The difference between #4 and #5 is not as great as #1 and #2, or better yet, a blank drawing and #1 (the time from to ).
You really have to look to see the differences on the car between #4 and #5, while the contribution #1 makes is quite obvious. The point of the Pareto principle is to recognize that most things in life are not distributed evenly.
It can mean all of the following things: But be careful when using this idea! Remember that the 80/20 rule is a rough guide about typical distributions.
Make decisions on allocating time, resources and effort based on this: These techniques may or may not make sense – the point is to realize you have the option to focus on the important 20%.
Lastly, don’t think the Pareto Principle means only do 80% of the work needed.
In economics terms, there is diminishing marginal benefit.
This is related to the law of diminishing returns: each additional hour of effort, each extra worker is adding less “oomph” to the final result. Take a look at this awesome video of an artist drawing a car in Microsoft Paint.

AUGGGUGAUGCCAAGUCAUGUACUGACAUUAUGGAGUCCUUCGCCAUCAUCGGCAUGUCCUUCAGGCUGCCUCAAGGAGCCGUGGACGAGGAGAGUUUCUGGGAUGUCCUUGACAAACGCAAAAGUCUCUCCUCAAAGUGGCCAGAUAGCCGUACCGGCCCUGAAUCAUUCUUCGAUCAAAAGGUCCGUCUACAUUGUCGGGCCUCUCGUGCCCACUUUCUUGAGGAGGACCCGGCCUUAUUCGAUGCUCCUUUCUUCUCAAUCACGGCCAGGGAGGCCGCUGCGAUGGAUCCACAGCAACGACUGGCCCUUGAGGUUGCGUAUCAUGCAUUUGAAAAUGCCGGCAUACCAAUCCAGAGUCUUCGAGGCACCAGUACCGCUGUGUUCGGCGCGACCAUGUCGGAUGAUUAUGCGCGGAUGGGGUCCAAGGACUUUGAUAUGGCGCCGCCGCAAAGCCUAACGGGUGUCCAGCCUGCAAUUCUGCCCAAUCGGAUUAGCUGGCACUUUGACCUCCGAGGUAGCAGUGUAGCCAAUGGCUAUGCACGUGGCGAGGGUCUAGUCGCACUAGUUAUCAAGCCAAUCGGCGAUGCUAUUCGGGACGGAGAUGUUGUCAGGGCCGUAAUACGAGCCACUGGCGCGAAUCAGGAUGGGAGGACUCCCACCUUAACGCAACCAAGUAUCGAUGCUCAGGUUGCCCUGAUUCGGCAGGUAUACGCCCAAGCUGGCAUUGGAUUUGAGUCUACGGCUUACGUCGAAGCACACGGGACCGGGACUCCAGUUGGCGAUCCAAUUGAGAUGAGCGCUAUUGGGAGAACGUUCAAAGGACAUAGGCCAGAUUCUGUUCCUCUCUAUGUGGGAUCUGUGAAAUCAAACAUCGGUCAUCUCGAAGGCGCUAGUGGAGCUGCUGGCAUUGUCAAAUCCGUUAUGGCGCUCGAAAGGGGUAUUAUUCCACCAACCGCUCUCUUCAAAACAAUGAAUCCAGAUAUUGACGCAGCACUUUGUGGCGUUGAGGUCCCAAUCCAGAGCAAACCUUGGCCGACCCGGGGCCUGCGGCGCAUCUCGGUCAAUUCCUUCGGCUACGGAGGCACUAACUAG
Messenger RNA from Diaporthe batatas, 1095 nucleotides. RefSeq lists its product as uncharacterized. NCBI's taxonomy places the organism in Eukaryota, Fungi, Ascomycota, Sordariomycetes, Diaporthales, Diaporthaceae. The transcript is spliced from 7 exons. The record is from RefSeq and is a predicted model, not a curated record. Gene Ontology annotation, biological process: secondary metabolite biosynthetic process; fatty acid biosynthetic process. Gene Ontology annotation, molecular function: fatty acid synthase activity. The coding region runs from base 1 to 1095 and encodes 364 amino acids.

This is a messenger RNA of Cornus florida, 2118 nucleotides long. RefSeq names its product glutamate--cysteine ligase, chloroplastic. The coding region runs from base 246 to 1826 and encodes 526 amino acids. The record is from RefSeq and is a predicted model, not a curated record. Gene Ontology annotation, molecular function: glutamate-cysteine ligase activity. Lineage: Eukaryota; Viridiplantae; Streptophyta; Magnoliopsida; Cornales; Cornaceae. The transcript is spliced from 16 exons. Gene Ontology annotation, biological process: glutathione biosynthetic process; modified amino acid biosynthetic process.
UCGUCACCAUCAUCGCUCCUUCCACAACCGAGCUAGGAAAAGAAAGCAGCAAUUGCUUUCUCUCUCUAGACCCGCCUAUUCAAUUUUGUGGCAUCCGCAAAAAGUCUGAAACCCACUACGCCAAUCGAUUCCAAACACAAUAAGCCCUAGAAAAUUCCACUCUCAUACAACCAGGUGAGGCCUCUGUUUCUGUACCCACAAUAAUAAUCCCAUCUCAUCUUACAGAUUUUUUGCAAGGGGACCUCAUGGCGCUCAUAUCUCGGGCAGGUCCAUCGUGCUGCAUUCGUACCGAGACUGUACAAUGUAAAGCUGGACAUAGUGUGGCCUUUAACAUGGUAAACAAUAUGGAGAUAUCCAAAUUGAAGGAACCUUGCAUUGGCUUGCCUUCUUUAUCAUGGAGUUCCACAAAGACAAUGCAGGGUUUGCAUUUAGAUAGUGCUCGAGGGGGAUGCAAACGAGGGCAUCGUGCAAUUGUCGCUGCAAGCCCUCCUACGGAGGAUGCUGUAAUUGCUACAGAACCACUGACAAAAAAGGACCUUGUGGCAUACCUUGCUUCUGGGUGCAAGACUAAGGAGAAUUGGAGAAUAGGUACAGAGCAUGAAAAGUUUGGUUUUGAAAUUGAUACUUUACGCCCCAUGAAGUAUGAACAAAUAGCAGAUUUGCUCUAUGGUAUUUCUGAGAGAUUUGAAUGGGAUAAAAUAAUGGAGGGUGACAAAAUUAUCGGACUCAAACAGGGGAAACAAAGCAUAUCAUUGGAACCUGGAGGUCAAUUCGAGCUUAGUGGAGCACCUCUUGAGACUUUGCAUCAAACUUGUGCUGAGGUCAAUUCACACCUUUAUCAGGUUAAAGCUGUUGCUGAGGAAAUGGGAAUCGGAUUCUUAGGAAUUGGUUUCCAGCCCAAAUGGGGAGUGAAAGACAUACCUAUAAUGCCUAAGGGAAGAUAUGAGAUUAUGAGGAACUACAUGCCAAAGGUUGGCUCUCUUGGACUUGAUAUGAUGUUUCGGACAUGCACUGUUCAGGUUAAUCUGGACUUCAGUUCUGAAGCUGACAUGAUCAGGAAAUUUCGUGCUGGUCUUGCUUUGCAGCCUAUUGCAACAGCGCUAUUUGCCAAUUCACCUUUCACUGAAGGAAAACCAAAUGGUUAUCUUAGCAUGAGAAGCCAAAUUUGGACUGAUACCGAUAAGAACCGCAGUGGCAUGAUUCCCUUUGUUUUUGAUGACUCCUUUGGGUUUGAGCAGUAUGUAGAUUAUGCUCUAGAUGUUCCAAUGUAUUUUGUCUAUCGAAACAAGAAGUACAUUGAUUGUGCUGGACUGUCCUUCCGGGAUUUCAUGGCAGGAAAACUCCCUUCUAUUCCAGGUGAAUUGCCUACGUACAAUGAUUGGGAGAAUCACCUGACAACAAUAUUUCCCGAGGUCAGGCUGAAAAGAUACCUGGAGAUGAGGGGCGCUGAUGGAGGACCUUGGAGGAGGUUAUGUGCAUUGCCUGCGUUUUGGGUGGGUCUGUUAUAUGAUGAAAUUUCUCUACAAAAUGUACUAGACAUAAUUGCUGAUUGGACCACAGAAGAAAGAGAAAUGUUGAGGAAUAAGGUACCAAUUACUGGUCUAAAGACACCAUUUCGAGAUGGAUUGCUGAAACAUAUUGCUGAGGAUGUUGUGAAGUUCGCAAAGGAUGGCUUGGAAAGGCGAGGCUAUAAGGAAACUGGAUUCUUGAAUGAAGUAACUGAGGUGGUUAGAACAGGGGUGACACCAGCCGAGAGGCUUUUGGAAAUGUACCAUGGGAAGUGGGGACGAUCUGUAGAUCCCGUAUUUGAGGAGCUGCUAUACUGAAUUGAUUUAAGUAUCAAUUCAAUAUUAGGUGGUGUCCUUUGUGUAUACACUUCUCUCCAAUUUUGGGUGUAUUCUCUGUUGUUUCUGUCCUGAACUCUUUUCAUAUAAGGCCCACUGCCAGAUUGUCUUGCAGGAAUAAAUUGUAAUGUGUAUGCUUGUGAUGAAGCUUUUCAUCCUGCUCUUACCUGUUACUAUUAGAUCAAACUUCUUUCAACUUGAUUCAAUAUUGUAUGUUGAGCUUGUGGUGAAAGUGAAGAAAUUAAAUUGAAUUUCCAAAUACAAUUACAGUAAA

It may be true that 80% of a bridge is built in the first 20% of the time, but you still need the rest of the bridge in order for it to work.
It may be true that 80% of the Mona Lisa was painted in the first 20% of the time, but it wouldn’t be the masterpiece it is without all the details.
20% of bugs contribute 80% of crashes: Focus on fixing these bugs first.
20% of customers contribute 80% of revenue: Focus on satisfying these customers. The point is to realize that you can often focus your effort on the 20% that makes a difference, instead of the 80% that doesn’t add much.
Originally, the Pareto Principle referred to the observation that 80% of Italy’s wealth belonged to only 20% of the population. Think about it — in a group of 100 workers, 20 could do all the work while the other 80 goof off.